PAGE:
Eckenhoff and his team work with colleagues in the chemistry department to create chemical probes that identify the targets of anesthetic drugs. These probes are molecules shaped like anesthetics. They include additional features that allow the probes to bind tightly to target molecules whenever scientists shine light of a certain wavelength on them.
The researchers place their probes in complex mixtures of brain, spinal cord and heart cells. The probes then show which molecules interact with anesthetics in these organs. The anesthetic Propofol, for example, interacts with hundreds of different molecules.
The researchers then use structural biology methods to get a better look at the exact shapes of the target molecules’ binding sites with which the anesthetics interact. Understanding the structures and other features of the binding sites could help scientists design new anesthetics.
Eckenhoff has already used what he’s learned about the structures of anesthetic targets to identify the first entirely new anesthetics since the 1970s. He and his team screened about half a million candidates and found that one percent of these drugs targeted a molecule that was shaped similarly to the ones anesthetics typically target. Further testing is needed, but Eckenhoff hopes that at least one of these drugs will prove to be an anesthetic with fewer side effects than those currently available.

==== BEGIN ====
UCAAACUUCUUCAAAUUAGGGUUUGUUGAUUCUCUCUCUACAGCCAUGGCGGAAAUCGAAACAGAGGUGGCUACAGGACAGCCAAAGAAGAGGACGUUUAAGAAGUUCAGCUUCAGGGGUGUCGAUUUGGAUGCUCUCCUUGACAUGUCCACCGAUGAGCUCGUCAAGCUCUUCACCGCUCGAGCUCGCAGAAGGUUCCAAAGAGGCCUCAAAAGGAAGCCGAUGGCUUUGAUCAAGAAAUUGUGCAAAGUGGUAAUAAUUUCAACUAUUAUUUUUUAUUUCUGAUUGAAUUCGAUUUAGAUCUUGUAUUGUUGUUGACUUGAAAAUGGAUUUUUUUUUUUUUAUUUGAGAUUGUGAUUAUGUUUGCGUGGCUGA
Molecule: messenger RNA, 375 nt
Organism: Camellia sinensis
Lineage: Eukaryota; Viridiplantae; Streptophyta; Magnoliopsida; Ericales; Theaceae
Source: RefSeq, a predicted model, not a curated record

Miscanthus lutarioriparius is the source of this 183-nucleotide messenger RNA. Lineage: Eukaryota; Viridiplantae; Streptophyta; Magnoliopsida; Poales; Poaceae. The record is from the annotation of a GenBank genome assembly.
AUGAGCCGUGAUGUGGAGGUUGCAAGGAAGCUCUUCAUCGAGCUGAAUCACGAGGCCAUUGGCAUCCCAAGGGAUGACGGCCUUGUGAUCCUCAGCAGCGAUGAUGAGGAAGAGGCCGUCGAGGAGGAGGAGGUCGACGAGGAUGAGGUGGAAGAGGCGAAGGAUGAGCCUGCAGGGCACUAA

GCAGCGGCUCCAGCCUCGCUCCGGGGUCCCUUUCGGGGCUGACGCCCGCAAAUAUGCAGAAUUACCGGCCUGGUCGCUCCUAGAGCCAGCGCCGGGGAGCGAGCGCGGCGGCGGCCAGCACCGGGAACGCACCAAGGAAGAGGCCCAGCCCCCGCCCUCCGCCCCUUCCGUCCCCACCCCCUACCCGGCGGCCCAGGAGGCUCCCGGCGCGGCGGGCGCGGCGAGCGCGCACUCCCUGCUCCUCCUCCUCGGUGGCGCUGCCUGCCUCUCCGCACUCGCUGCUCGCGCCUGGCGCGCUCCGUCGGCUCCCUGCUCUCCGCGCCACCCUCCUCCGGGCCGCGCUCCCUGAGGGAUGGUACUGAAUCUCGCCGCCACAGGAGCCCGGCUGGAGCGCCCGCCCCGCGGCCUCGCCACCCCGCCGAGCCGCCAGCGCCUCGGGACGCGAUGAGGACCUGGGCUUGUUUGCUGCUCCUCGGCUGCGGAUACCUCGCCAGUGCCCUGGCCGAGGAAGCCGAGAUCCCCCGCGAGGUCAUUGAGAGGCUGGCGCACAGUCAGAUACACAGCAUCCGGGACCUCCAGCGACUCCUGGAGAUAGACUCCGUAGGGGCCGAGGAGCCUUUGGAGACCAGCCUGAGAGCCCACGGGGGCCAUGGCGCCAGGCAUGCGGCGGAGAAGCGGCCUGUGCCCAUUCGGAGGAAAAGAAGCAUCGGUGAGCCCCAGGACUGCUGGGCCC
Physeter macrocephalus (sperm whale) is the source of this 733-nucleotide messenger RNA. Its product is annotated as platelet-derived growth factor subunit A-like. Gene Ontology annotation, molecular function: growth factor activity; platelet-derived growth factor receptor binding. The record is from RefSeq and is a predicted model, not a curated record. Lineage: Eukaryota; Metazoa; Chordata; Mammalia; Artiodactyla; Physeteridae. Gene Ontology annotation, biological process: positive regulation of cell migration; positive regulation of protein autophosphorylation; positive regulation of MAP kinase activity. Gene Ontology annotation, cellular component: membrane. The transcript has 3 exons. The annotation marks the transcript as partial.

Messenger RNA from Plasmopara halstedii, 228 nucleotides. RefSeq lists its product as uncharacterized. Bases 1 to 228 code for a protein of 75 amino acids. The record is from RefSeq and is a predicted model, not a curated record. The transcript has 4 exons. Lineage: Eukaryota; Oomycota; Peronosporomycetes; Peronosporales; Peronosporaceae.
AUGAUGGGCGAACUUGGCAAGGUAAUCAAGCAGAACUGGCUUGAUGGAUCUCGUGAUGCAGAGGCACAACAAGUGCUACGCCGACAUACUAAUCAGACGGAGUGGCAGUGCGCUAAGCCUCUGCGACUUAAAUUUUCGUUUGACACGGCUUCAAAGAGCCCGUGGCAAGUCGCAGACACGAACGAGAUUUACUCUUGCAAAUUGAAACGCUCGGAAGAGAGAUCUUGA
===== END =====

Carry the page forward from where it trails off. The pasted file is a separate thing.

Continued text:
Brain Waves and General Anesthesia
Emery Brown of the Massachusetts General Hospital and Massachusetts Institute of Technology is studying how anesthetics act on the brain to create a state of unconsciousness. He uses an electroencephalogram (EEG) to record the brain’s electrical activity while patients are under anesthesia.
According to Brown, the anesthetics generate electrical waves that impair the brain’s ability to transmit information. “If you do that in the circuits that are responsible for arousal and cognition,” he says, “then you’re going to cause unconsciousness.” The anesthetic-induced brain waves are highly organized and larger than the brain’s natural waves. Brown’s research suggests they occur when the drugs bind to their molecular targets in the brain.
Brown’s research also provides insight into why the doses required to achieve an anesthetic state differ among age groups. In one study, the anesthetic-induced brain waves of older adults were two to three times smaller than those of younger ones. As we age, Brown explains, brain cells function at a lower level, so weaker brain waves can disrupt their activity and cause unconsciousness.
Now Brown is using animal models to understand in greater detail how anesthetics control specific brain circuits. His research group is also developing strategies for turning the brain back on after general anesthesia as a way to mitigate the brain dysfunction that can follow general anesthesia, particularly in patients who are elderly.
Connecting the Pieces
“How do you connect an effect at a single molecular target to an end point like consciousness?” asks Eckenhoff. That question presents perhaps the biggest challenge facing anesthesiology research today. Answering it, Eckenhoff, Sedensky and Brown all agree, will require collaborations across disciplines and research spanning all levels of biological organization—from the molecule to the whole being.
For more information, see the Anesthesia Fact Sheet.